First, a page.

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Galvis’s Ship: Phillies 9, Giants 7

The Phillies let an early lead seep through their fingers like so much water into the ocean. But their power surge lasted until the bitter end and carried them to their first series win since late April.

MLB: San Francisco Giants at Philadelphia Phillies
Fun is back in Philly
Eric Hartline-USA TODAY Sports

The Phillies last won consecutive games on April 26th and 27th. It is also the last time they won a series. You might recall that the 27th marked the end of their 6-game winning streak, which brought the Phillies into second place in the East and 2 games above .500. Over a month later, it is an empirical certainty that that mark will be the zenith of their season. With any luck, the first game of this series against the Giants will mark its nadir.

Today’s matchup between Jeremy Hellickson and Matt Moore supplied the best opportunity for consecutive wins the Phillies might see all season. The Giants are among the worst hitting teams in the league, and Moore is the latest poster-child for TINSTAPP (pitching prospect, no such thing), even when they look like an ace throughout their minor league careers. Hellickson, for his part, has not been good in a month. But he smothered the competition in April. So, maybe he could find his precision and weak contact again against a line-up with lots of weak spots.

Hellickson did not begin the game well, as he surrendered a first-inning homer to newly minted Phillie-killer Eduardo Nunez. But he settled in enough to allow the Phillies offense to stake him to an early 3-run lead. They doubled up 2-run innings in the first and second thanks to a power surge. Doubles by Odubel Herrera and Howie Kendrick each plated a run in the first and Freddy “The Incredible Julkz”* Galvis, hitting from the right-side, splashed a 2-run homer down in the western sea of blue seats in the second inning.

Unfortunately, in 2017 no win is easy and offense in one moment never portends offense in the next. The Phillies ship now began to sway in choppy seas, lurching from padded leads to deficits as it navigated the middle and late innings. The seas first rose up in the third. Hellickson entered facing the bottom of the order with a reasonable pitch count. He finished the third up just one run and on pace to pitch just five innings. The miasma began when Matt Moore singled and broke out into boils when Tommy Joseph threw a potential double-play ball off Moore’s helmet, into left-field, putting runners on the corners with one out.

At this point Hellickson chased strikeouts like the last hare in the woods, only to return with nothing but walks. Consecutive walks plated one run and kept the bases loaded with one out for Buster Posey. I found it now difficult to suppress the sensation that the game was about to become beyond reach. Yet somehow Hellickson kept Posey to a sacrifice fly and escaped the inning with a lead.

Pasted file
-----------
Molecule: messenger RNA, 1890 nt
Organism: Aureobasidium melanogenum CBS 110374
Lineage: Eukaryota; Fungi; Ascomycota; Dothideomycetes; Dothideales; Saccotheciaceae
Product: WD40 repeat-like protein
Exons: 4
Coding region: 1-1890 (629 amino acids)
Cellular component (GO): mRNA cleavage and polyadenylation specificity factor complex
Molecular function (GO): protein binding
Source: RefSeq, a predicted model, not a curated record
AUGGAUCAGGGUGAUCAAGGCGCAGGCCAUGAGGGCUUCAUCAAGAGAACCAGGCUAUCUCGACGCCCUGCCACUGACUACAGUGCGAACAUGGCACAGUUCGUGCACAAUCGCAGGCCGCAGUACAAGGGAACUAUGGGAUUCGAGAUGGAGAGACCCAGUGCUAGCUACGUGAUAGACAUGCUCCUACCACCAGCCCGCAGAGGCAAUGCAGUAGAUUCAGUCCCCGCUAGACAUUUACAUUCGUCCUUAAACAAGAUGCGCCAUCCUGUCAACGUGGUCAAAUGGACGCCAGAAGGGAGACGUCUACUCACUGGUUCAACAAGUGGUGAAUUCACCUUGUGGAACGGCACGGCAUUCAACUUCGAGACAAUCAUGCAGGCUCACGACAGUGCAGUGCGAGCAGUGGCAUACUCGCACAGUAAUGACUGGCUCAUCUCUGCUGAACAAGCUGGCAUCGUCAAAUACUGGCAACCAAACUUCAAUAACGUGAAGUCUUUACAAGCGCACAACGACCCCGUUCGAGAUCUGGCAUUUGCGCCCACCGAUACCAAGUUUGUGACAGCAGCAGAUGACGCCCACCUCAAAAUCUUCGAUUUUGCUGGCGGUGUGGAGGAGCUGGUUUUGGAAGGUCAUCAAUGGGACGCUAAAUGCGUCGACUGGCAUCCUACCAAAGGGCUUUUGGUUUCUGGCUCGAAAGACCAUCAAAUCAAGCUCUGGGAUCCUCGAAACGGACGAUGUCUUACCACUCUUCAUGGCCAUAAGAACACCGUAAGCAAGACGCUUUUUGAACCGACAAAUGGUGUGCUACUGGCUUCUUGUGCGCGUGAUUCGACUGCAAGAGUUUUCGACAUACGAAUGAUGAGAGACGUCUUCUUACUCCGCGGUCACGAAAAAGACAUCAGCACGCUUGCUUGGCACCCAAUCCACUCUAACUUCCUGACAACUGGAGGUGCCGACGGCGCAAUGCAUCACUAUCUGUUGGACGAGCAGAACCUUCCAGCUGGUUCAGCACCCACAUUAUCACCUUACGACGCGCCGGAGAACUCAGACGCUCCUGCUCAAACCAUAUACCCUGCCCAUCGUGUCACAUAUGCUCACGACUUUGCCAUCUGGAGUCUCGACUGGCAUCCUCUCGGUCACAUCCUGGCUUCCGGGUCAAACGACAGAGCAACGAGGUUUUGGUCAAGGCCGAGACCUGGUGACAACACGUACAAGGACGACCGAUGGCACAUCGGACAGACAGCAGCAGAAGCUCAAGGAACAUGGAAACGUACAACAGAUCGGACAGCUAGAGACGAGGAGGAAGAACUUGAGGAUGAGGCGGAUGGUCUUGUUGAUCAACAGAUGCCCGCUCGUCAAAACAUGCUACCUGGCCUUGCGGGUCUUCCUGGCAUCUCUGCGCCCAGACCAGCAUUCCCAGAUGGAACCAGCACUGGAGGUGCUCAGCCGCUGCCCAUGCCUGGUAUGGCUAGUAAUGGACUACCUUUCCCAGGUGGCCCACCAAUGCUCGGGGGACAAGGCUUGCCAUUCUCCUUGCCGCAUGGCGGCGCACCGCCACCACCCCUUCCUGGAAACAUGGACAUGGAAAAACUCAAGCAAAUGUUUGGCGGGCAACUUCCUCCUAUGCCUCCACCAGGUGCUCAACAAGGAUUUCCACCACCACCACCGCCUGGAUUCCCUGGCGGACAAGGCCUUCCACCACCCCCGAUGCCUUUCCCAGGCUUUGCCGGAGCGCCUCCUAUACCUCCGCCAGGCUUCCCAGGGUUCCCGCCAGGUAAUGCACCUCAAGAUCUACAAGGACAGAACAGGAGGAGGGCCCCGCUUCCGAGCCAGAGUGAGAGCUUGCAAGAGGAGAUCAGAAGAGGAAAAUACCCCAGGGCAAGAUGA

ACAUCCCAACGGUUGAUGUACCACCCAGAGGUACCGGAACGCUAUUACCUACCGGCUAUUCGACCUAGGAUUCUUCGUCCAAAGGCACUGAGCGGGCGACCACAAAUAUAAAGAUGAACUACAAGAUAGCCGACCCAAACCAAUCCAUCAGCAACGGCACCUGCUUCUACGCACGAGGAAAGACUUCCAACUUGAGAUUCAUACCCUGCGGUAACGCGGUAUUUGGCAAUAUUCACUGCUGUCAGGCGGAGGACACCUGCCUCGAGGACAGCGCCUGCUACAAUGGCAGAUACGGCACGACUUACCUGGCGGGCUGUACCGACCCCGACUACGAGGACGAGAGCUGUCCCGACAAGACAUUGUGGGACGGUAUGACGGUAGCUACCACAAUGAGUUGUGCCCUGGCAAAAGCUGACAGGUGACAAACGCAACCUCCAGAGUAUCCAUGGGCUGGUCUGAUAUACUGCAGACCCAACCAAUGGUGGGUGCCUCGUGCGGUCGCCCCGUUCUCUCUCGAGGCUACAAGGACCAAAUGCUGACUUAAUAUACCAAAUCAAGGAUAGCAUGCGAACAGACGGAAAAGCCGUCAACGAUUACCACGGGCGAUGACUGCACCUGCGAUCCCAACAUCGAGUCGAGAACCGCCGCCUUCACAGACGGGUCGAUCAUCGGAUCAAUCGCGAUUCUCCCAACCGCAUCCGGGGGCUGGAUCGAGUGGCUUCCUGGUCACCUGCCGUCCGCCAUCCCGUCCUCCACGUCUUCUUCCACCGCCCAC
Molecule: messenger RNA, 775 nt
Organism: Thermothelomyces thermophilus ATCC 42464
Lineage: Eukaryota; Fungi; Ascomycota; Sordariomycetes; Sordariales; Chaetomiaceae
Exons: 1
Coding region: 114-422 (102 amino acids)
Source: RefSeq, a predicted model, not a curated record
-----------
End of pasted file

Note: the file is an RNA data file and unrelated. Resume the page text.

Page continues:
The ship then swayed back. In the bottom of the third Kendrick scored on a wild pitch. And Hellickson allowed us all to grip the sides long enough for Odubel to extend the lead to 3-runs, again, with a dinger in the 5th.

Starting in the 6th, the waves started crashing over the gunnels. Mackanin probably tried to get more out of Hellickson than he should have. Hellickson did not have his best command today and he was facing the Giants lineup for the third time while having thrown nearly 100 pitches, 38 in an extremely stressful third. Maybe he should have just turned the game over to Edubray Ramos then and there. But he didn’t. Hellickson got one out and then surrendered a 2-run homer to Brandon Crawford that ended Jeremy’s day.

Ramos came in and finished the 6th quietly. Mackanin left him in to start the 7th, where he finished his reliever’s inning and left after managing one out while putting a runner on. Joely Rodriguez continued to fail to get lefties out by hitting Brandon Belt with his only pitch of the day. Luis Garcia, 5th on the Phillies in rWAR, came in to turn the ship into the swells but almost sank it instead. Crawford (again) plated two with a line drive to the left of Howie Kendrick, giving the Giants their first lead of the game and bringing that familiar sinking feeling back to all attentive Phillies fans.

Thankfully, the Phillies made one last push to right the ship. In the bottom of the seventh, Cesar Hernandez, who reached base in 3 of 5 plate-appearances today, walked with one out and Odubel—whose series against the Giants gives a glimmer of hope—doubled up his doubles driving in Cesar, tying the game. Pat Neshek maintained the balance, as he’s done so often this young season. And, finally, in the bottom of the eighth, Maikel Franco and Freddy Galvis guided the ship to calmer waters. Franco led off the inning with an opposite field homer on a pitch that nipped the top of the zone. It’s the kind of homer that makes me think, “Why can’t he effing stay through more pitches like that?!” After Cameron Rupp struck out, the Incredible Julkz hit his second dinger of the day, this time from the left-side of the plate. He joins Jeltz, Jimmy, and Tomas Perez as the only Phillies to hit homers from both sides of the plate. I know Galvis sells out everything for his power and it makes him a bad offensive player, but it sure is fun to watch him play home-run derby every at bat.

Hector Neris locked down his 5th save, getting two strikeouts against the top of the Giants order. And with that, the Phillies won their second straight game and first series for this first time in over a month. Savor it now. Have a cocktail or something. The next is not promised.

*Or, if you prefer, “Hulk Jeltz.”